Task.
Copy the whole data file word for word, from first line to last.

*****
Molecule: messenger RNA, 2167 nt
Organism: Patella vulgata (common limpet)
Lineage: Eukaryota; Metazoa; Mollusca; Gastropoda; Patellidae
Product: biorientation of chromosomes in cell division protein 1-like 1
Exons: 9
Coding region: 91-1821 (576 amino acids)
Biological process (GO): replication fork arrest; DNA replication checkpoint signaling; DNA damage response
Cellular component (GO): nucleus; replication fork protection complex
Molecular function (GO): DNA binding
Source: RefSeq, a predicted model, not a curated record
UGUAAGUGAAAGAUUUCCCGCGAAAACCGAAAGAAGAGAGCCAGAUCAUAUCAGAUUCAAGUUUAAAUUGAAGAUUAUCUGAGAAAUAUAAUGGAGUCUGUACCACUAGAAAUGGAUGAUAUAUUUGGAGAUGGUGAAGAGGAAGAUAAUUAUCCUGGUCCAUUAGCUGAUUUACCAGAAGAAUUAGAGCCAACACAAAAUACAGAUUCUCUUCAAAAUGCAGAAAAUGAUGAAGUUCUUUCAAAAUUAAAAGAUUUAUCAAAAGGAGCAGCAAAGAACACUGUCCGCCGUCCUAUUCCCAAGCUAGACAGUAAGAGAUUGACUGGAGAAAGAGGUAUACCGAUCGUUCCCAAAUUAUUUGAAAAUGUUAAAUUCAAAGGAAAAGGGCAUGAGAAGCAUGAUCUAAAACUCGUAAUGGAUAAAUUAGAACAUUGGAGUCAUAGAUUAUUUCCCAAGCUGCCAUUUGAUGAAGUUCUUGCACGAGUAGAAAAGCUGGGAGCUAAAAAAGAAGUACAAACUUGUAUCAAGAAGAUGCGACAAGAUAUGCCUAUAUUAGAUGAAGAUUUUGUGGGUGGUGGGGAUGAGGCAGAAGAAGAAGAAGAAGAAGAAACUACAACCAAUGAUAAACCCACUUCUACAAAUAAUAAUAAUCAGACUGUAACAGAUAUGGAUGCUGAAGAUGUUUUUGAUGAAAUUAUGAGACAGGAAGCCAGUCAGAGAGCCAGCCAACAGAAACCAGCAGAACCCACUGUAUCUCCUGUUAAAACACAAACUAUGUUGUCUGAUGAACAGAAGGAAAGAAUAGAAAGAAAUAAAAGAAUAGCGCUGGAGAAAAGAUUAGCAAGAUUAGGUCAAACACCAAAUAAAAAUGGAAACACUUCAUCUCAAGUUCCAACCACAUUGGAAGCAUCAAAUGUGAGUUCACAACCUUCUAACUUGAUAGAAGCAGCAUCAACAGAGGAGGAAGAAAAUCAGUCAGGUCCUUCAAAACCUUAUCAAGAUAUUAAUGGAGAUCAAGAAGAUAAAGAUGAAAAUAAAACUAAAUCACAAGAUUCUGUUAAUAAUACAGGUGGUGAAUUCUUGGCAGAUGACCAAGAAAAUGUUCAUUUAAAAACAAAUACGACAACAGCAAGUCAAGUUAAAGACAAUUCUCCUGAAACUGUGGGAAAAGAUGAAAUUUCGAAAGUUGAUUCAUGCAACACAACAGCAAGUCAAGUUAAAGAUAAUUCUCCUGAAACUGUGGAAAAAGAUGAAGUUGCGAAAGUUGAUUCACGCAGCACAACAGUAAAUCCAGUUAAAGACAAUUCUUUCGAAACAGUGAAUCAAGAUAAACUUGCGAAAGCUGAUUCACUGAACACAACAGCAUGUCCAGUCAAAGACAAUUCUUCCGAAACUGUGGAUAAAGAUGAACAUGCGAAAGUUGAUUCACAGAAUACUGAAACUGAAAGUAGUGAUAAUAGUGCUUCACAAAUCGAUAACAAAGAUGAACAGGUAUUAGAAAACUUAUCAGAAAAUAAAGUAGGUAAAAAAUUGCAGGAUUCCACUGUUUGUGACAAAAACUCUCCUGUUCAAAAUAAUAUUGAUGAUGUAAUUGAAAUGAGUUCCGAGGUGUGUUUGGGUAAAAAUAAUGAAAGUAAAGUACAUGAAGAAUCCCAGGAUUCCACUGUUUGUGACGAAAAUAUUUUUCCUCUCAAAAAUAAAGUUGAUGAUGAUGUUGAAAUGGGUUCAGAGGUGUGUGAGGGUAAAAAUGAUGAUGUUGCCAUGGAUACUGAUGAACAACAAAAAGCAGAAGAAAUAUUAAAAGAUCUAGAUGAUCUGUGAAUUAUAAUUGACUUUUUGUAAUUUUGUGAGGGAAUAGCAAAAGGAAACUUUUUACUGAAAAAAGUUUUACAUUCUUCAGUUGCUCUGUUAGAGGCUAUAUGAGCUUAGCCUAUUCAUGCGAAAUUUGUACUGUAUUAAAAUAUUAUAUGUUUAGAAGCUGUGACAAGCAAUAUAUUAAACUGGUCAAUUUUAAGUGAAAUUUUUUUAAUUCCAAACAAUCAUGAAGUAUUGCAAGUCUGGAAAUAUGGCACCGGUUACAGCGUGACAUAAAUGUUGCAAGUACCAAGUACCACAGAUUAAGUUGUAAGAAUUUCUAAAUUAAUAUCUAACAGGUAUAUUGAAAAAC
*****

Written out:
Molecule: messenger RNA, 2167 nt
Organism: Patella vulgata (common limpet)
Lineage: Eukaryota; Metazoa; Mollusca; Gastropoda; Patellidae
Product: biorientation of chromosomes in cell division protein 1-like 1
Exons: 9
Coding region: 91-1821 (576 amino acids)
Biological process (GO): replication fork arrest; DNA replication checkpoint signaling; DNA damage response
Cellular component (GO): nucleus; replication fork protection complex
Molecular function (GO): DNA binding
Source: RefSeq, a predicted model, not a curated record
UGUAAGUGAAAGAUUUCCCGCGAAAACCGAAAGAAGAGAGCCAGAUCAUAUCAGAUUCAAGUUUAAAUUGAAGAUUAUCUGAGAAAUAUAAUGGAGUCUGUACCACUAGAAAUGGAUGAUAUAUUUGGAGAUGGUGAAGAGGAAGAUAAUUAUCCUGGUCCAUUAGCUGAUUUACCAGAAGAAUUAGAGCCAACACAAAAUACAGAUUCUCUUCAAAAUGCAGAAAAUGAUGAAGUUCUUUCAAAAUUAAAAGAUUUAUCAAAAGGAGCAGCAAAGAACACUGUCCGCCGUCCUAUUCCCAAGCUAGACAGUAAGAGAUUGACUGGAGAAAGAGGUAUACCGAUCGUUCCCAAAUUAUUUGAAAAUGUUAAAUUCAAAGGAAAAGGGCAUGAGAAGCAUGAUCUAAAACUCGUAAUGGAUAAAUUAGAACAUUGGAGUCAUAGAUUAUUUCCCAAGCUGCCAUUUGAUGAAGUUCUUGCACGAGUAGAAAAGCUGGGAGCUAAAAAAGAAGUACAAACUUGUAUCAAGAAGAUGCGACAAGAUAUGCCUAUAUUAGAUGAAGAUUUUGUGGGUGGUGGGGAUGAGGCAGAAGAAGAAGAAGAAGAAGAAACUACAACCAAUGAUAAACCCACUUCUACAAAUAAUAAUAAUCAGACUGUAACAGAUAUGGAUGCUGAAGAUGUUUUUGAUGAAAUUAUGAGACAGGAAGCCAGUCAGAGAGCCAGCCAACAGAAACCAGCAGAACCCACUGUAUCUCCUGUUAAAACACAAACUAUGUUGUCUGAUGAACAGAAGGAAAGAAUAGAAAGAAAUAAAAGAAUAGCGCUGGAGAAAAGAUUAGCAAGAUUAGGUCAAACACCAAAUAAAAAUGGAAACACUUCAUCUCAAGUUCCAACCACAUUGGAAGCAUCAAAUGUGAGUUCACAACCUUCUAACUUGAUAGAAGCAGCAUCAACAGAGGAGGAAGAAAAUCAGUCAGGUCCUUCAAAACCUUAUCAAGAUAUUAAUGGAGAUCAAGAAGAUAAAGAUGAAAAUAAAACUAAAUCACAAGAUUCUGUUAAUAAUACAGGUGGUGAAUUCUUGGCAGAUGACCAAGAAAAUGUUCAUUUAAAAACAAAUACGACAACAGCAAGUCAAGUUAAAGACAAUUCUCCUGAAACUGUGGGAAAAGAUGAAAUUUCGAAAGUUGAUUCAUGCAACACAACAGCAAGUCAAGUUAAAGAUAAUUCUCCUGAAACUGUGGAAAAAGAUGAAGUUGCGAAAGUUGAUUCACGCAGCACAACAGUAAAUCCAGUUAAAGACAAUUCUUUCGAAACAGUGAAUCAAGAUAAACUUGCGAAAGCUGAUUCACUGAACACAACAGCAUGUCCAGUCAAAGACAAUUCUUCCGAAACUGUGGAUAAAGAUGAACAUGCGAAAGUUGAUUCACAGAAUACUGAAACUGAAAGUAGUGAUAAUAGUGCUUCACAAAUCGAUAACAAAGAUGAACAGGUAUUAGAAAACUUAUCAGAAAAUAAAGUAGGUAAAAAAUUGCAGGAUUCCACUGUUUGUGACAAAAACUCUCCUGUUCAAAAUAAUAUUGAUGAUGUAAUUGAAAUGAGUUCCGAGGUGUGUUUGGGUAAAAAUAAUGAAAGUAAAGUACAUGAAGAAUCCCAGGAUUCCACUGUUUGUGACGAAAAUAUUUUUCCUCUCAAAAAUAAAGUUGAUGAUGAUGUUGAAAUGGGUUCAGAGGUGUGUGAGGGUAAAAAUGAUGAUGUUGCCAUGGAUACUGAUGAACAACAAAAAGCAGAAGAAAUAUUAAAAGAUCUAGAUGAUCUGUGAAUUAUAAUUGACUUUUUGUAAUUUUGUGAGGGAAUAGCAAAAGGAAACUUUUUACUGAAAAAAGUUUUACAUUCUUCAGUUGCUCUGUUAGAGGCUAUAUGAGCUUAGCCUAUUCAUGCGAAAUUUGUACUGUAUUAAAAUAUUAUAUGUUUAGAAGCUGUGACAAGCAAUAUAUUAAACUGGUCAAUUUUAAGUGAAAUUUUUUUAAUUCCAAACAAUCAUGAAGUAUUGCAAGUCUGGAAAUAUGGCACCGGUUACAGCGUGACAUAAAUGUUGCAAGUACCAAGUACCACAGAUUAAGUUGUAAGAAUUUCUAAAUUAAUAUCUAACAGGUAUAUUGAAAAAC